[OPE-L:7315] Re: 'De omnibus dubitandum'

From: gerald_a_levy (gerald_a_levy@msn.com)
Date: Mon Jun 03 2002 - 06:40:30 EDT

Re David Y's [7308]:

> Again you seem to have missed the point and fallen into 
some sort of idealist explanation of 'Stalinism' - even if you 
have tried to hedge your bets. Anti-authoritarian trends and 
tendencies of all kinds existed in and around the Bolshevik 
party - they always are present in a revolutionary situation.  
Their perspective was simply unable to dominate  because 
of the 'material reality' - a revolutionary country increasingly 
isolated and under assault from imperialism and social 
democracy. What happened within  Bolshevik Party requires 
a materialist explanation not an idealist or moralistic one. <

Yes, it requires a materialist explanation.  However, our understanding
of what constitutes a  materialist explanation seems to differ.  Yes, 
the USSR was isolated and backwards economically and under attack
by imperialism, but the growth of Stalinism was not inevitable.  Objective
conditions _alone_ did not bring Stalin to power and keep him in power
for decades.  Even Plekhanov recognized that individuals and groups 
have a role in history.  Indeed,  the Bolshevik leadership -- and Lenin
in particular with his concept of the vanguard party -- recognized an 
essential role for "subjective" forces in history.   Had they not so
recognized, then the could not have come to power to begin with.  

The point is simply that at various moments in history there were real
possibilities for the outcome to be different.  And, very importantly, 
whenever the working class internationally suffers a defeat we have to 
_not only_ ask what were the "material factors" that led to a defeat but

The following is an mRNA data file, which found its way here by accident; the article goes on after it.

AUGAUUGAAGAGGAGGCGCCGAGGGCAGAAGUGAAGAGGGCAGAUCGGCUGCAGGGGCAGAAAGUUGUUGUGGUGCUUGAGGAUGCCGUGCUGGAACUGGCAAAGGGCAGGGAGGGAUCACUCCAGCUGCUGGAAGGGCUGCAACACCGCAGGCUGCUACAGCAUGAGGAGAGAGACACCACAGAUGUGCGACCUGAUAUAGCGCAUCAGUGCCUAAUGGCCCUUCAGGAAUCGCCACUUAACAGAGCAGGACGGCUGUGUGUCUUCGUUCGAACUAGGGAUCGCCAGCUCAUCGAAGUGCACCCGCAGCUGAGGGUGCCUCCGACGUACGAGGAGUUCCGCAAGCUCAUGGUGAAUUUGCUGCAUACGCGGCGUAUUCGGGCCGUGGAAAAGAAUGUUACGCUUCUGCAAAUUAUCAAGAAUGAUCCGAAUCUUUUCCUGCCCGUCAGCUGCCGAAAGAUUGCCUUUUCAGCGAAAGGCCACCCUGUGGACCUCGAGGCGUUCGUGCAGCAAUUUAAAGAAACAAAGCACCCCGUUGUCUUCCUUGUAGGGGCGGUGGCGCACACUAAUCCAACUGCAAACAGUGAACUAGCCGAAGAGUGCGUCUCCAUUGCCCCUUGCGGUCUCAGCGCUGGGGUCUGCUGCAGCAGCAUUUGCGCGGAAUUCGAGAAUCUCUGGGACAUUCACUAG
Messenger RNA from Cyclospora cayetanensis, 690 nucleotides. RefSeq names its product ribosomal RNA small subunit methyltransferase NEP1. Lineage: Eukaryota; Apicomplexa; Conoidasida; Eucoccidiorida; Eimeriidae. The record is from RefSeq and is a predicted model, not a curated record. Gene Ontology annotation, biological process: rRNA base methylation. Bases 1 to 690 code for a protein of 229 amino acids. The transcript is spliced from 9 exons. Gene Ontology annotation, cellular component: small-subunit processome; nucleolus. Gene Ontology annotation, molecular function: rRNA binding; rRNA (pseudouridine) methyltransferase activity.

_also_ ask whether there were subjective errors and forces that contributed
to that defeat.  You call that "hedging my bets".  I call it a (non-idealist
and non-moralistic) revolutionary responsibility

While it is true as you say that there were some anti-authoritarian 
forces in the Bolsheviks (Kollantai comes to mind), this 
was not a perspective which was  dominant.   Another 'subjective' factor 
that perhaps contributed to this  was on the one hand the lack of a strong
tradition of anti-authoritarianism in Russian culture (oh my ... I said the 
word 'culture': does that make me an 'idealist'?) and on the other hand 
the massive growth in party membership that happened immediately 
following the insurrection.  So, yes, I think that Stalinism _could have_ 
been averted -- at least  temporarily.  It was not an "inevitable" 
consequence of 'material reality'  as you seem to suggest.

To point to the presence of authoritarian structures and movements and 
how  they are systematically required for a hierarchical organization to 
reproduce itself -- whether the authoritarian structure is an army or
capital --  is not "idealistic".  Neither is the presence or absence of
anti-authoritarian movements and practices "idealistic". 

> For myself I find the attempt to develop the 'orthodox' standpoint 
faces dogmatic and uncritical rejection from our 'modern' or should 
one say 'post-modern' critics of Marx. I put this down to the social 
conditions in the imperialist countries, but believe they will change 
and real possibilities for developing the 'orthodox' perspective are 
returning. <

Yet, aren't most of those who put forward an "orthodox" standpoint
also from the imperialist nations?  One could, for instance, argue that 
the isolation of revolutionaries in imperialist nations during non-
revolutionary periods breeds orthodox perspectives as well. In any event,
your apparent claim that "orthodox" perspectives will again gain 
popularity as social conditions change (to a greater extent than "non-
orthodox" perspectives) is either an unsubstantiated assertion or an 
optimistic (and idealistic) whim.  

> There are standards to judge the Marxist perspective. Doubt everything 
is not one of them. <

Marxists will be judged by the masses themselves.  If they create
authoritarian structures --  hierarchies and beaureucracies -- then they
will fail the revolutionary test.  Too much has happened in the world for
workers to simply accept on faith the authority of Marxists.  They
will either wage a revolt against capital and authority or there will be no 
revolution at all. 

In solidarity, Jerry

This archive was generated by hypermail 2b30 : Tue Jul 02 2002 - 00:00:04 EDT